Tag Archives: writing motivation

Why you shouldn’t mock aspiring writers

Renaissance painting of a scribe writing on parchment in a writer's workshop, surrounded by scrolls and books.

 

In Biblical times a country town was lucky to have a single literate member. In the middle ages only the aristocracy, clergy, and merchant class could read or write. At every stage in history, the few people who could read and write controlled where history would go next and what ideas every educated school child would be raised on afterward. It’s no exaggeration to say writers are as valuable as doctors to any society.

They always have been and always will be, but individual writers today aren’t as valuable as they used to be since they’re not as rare. The supply outweighs the demand. Nobody is going to bow down to you or even pat you on the back for being able to read and write. You’re expected to know how to do that. That’s the bare minimum. That’s 15 pieces of flair. And the bar is set even higher than that. Ask any high school English teacher to show you the standards children are tested to. They’re very articulate. Ask any high school English teacher what they think the standards should be, and you’ll get a broader impression of where the bar sits today.

So while you won’t get a pat on the back for being able to form coherent sentences anymore, you will get a pat on the back for being able to form coherent essays. You’ll get a standing ovation if you can write a great book. You’ll change the course of history if you can write the most profound thing anyone has ever written. In all walks of life, the better you communicate ideas, whether on paper or in speech, you’re a greater and greater asset to yourself and to society and by rights should be regarded as such. There are writers and speakers alive today who are already legends, but for every sung hero there are countless unsung heroes… especially in the digital age. There was a time in history when finishing a book at all practically made you a publishable author. Now, authors are practically expected to give their first ten books away for free just to prove their worth.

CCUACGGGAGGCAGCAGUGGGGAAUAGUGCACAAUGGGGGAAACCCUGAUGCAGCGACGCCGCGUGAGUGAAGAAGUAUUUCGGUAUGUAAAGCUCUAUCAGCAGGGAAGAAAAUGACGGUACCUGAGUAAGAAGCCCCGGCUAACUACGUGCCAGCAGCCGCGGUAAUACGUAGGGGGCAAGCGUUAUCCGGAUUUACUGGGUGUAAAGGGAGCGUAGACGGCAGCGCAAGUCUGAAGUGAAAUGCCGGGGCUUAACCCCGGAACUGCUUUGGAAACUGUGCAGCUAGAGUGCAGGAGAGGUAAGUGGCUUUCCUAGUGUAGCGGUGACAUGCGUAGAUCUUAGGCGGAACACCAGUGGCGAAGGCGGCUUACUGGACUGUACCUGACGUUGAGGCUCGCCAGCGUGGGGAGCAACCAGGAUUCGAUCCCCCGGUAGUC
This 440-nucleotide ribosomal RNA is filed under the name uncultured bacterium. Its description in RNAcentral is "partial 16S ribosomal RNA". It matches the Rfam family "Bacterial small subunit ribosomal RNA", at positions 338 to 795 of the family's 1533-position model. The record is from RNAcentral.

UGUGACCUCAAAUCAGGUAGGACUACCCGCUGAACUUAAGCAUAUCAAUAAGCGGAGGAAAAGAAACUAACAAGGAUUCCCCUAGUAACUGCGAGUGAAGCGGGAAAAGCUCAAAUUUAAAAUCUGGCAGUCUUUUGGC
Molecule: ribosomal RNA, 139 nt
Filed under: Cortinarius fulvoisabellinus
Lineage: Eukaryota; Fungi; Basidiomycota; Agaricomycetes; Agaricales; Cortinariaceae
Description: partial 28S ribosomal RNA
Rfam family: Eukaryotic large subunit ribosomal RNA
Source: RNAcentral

Even in real life, if someone at a party tells you they’re an aspiring author, your first reaction will likely be to mock them for being an unemployed bum who’s too nancy and irresponsible to get a real job. If you meet an aspiring blogger at a party they’ll probably introduce themselves as an “author…” not a “blogger.” Even if they’re personally proud of what they do, they know they’ll get mocked for it and quizzed about why they don’t do something better with their lives.

When authors are a dime a dozen we lose sight of how difficult and vital good writing is. The call to action there is to give aspiring writers the credit they’re due… if not with your pocketbook, then at least with your heart. I’m not trying to guilt trip you. I’m trying to help you understand that writers are important, and if you understand why they are then you’d already be patting aspiring authors (and even bloggers) on the back at parties and buying them shots. If you think writers are lazy then you must not understand how much effort and skill goes into writing even a semi-decent book or blog.

The only way to get good at anything is to do it all the time. You can’t learn to snowboard well enough to bomb a mountain by going up on the slopes two or three times a year. You can’t learn to hit a home run consistently by playing backyard baseball in the summer. The same is true for writing. So say what you will about the quality of books and blogs written by noob writers, but give them a pat on the back for soldiering on. And acknowledge another thing right before you give them another pat on the back. Sports are as brutal on the body as writing is on the mind. It hurts, but it’s a good hurt. It’s not for everybody, and that’s fine. But for those few who are so into snowboarding, baseball, writing, dance, yoga, music, martial arts or building little miniature ships and putting them in big glass bottles that they stick with it when they could be doing anything else with their lives, then why not be happy for them? They found something productive they were so passionate about that they did it long enough to get even half decent at. There’s nothing laughable about that. And at least in the case of writers, they were so passionate about following their dream that they stuck with it after the honeymoon phase ended without being driven or inspired by the people around them. In fact, they’ve likely been soldiering on despite the fact that they’ve been getting booed and dismissed since day one. So if nothing else, give them credit for having the fortitude to put in the man-hours in private and take a beating in public.